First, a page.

So anyway, last year you may or may not remember I talked about my plans for my guest bedroom.  Here's a refresher.  ;)

Well, it's a year later, and I've finally made some headway.  

I still want to put something long over the headboard and something tall over the dresser, but hey, it's taken a year to get to this point; I'm in no rush.  Also, the gold fan is still there, but that's low on the priority list.

Before we got the floors done, we had it painted in there (one of my favorite colors - Sherwin Williams' Green River), so I left everything off the walls for a blank slate.  I also lengthened the curtains with some clearance tablecloths that I got at Target (they were seriously cheaper than I could have bought any fabric for).  

And during Project Week all I did to this room was:
 - change out the gold door knobs to oil-rubbed bronze (made a HUGE difference)
 - moved my red bookcase (not photographed because there's still nothing on it) from the attic to this room
 - fixed two broken drawers in this Ikea dresser (like ya do)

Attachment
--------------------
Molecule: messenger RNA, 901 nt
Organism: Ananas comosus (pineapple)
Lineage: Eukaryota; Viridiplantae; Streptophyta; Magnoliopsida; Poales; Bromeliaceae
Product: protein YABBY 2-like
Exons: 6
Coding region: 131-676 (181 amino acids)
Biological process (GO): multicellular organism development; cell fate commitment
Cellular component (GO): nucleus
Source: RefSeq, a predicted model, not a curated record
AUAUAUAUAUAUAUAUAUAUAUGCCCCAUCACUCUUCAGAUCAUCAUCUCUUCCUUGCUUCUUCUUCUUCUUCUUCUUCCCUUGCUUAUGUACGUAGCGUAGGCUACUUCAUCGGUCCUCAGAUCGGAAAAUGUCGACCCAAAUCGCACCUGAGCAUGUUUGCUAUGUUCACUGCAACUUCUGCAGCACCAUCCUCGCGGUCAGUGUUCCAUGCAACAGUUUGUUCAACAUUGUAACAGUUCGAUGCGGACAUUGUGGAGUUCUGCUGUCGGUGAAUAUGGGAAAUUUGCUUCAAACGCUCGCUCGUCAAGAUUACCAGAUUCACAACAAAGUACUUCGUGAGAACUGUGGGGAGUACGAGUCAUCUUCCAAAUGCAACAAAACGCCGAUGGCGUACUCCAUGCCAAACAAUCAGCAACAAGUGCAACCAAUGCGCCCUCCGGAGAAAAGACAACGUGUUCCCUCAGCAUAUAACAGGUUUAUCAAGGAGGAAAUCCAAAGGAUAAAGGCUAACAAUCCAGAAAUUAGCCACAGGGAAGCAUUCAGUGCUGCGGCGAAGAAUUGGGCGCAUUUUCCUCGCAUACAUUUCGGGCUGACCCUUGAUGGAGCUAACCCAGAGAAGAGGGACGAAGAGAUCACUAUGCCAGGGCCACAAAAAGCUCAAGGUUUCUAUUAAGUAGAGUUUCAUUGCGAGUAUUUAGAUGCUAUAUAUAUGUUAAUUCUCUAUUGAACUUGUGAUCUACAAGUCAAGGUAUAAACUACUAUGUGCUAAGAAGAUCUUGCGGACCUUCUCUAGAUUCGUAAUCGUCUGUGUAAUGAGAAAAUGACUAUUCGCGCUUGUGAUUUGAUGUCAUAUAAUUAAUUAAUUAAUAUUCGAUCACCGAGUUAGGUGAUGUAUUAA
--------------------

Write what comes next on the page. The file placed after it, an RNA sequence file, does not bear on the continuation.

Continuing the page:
- made this super-cool headboard that's going to survive the apocalypse 

I am so in love with the way it turned out, and I'm really proud of it.  It was hard work!  And I wasn't even sure if it was going to work - big risk.  But the only real problem with it is that it weighs a TON.  (It's attached to the bedframe, but I also anchored it to the wall three times across the top in the back of it.)  

I made it with all of the scraps and leftover wood that the flooring guys were going to just throw away (same wood that I also used for the bathroom frames).  Well, I had to have something to put it together on, so I screwed it onto the super, heavy-duty piece of plywood (from the back).  

For the sides and trim and whatnot, I literally just looked around my garage for what I could use.  I had saved SO much from the flooring scraps, and I had a lot of scraps that a friend generously unloaded on me.  

I'm definitely still learning how to build, and I don't have all the coolest tools or anything, and I'm no Ana White, but I really enjoy it.  I've come a long way since the little step stool that I built two years ago on which I stripped all the screws (which is holding up great, in case you wondered - hehe).  But practice makes perfect, so I'll keep at it!

Okay, that's finally it from all of the projects from my project week.  I'm tired just recounting them!  And guess what, I'm so not doing anything to my house for a long while.

Oh, and also, you'll likely see me in the same clothes I've been wearing for quite a while because my clothes budget is pretty much in all of these projects!  Oh, and my new minivan....yeah, I'm looking at that in the form of wood floors all over my house.  94K MILES will just have to grow a bit more, but I'm FINE with that!  Choices, y'all.  ;)

Monday, May 6, 2013

Project Week: Master Bathroom Remodel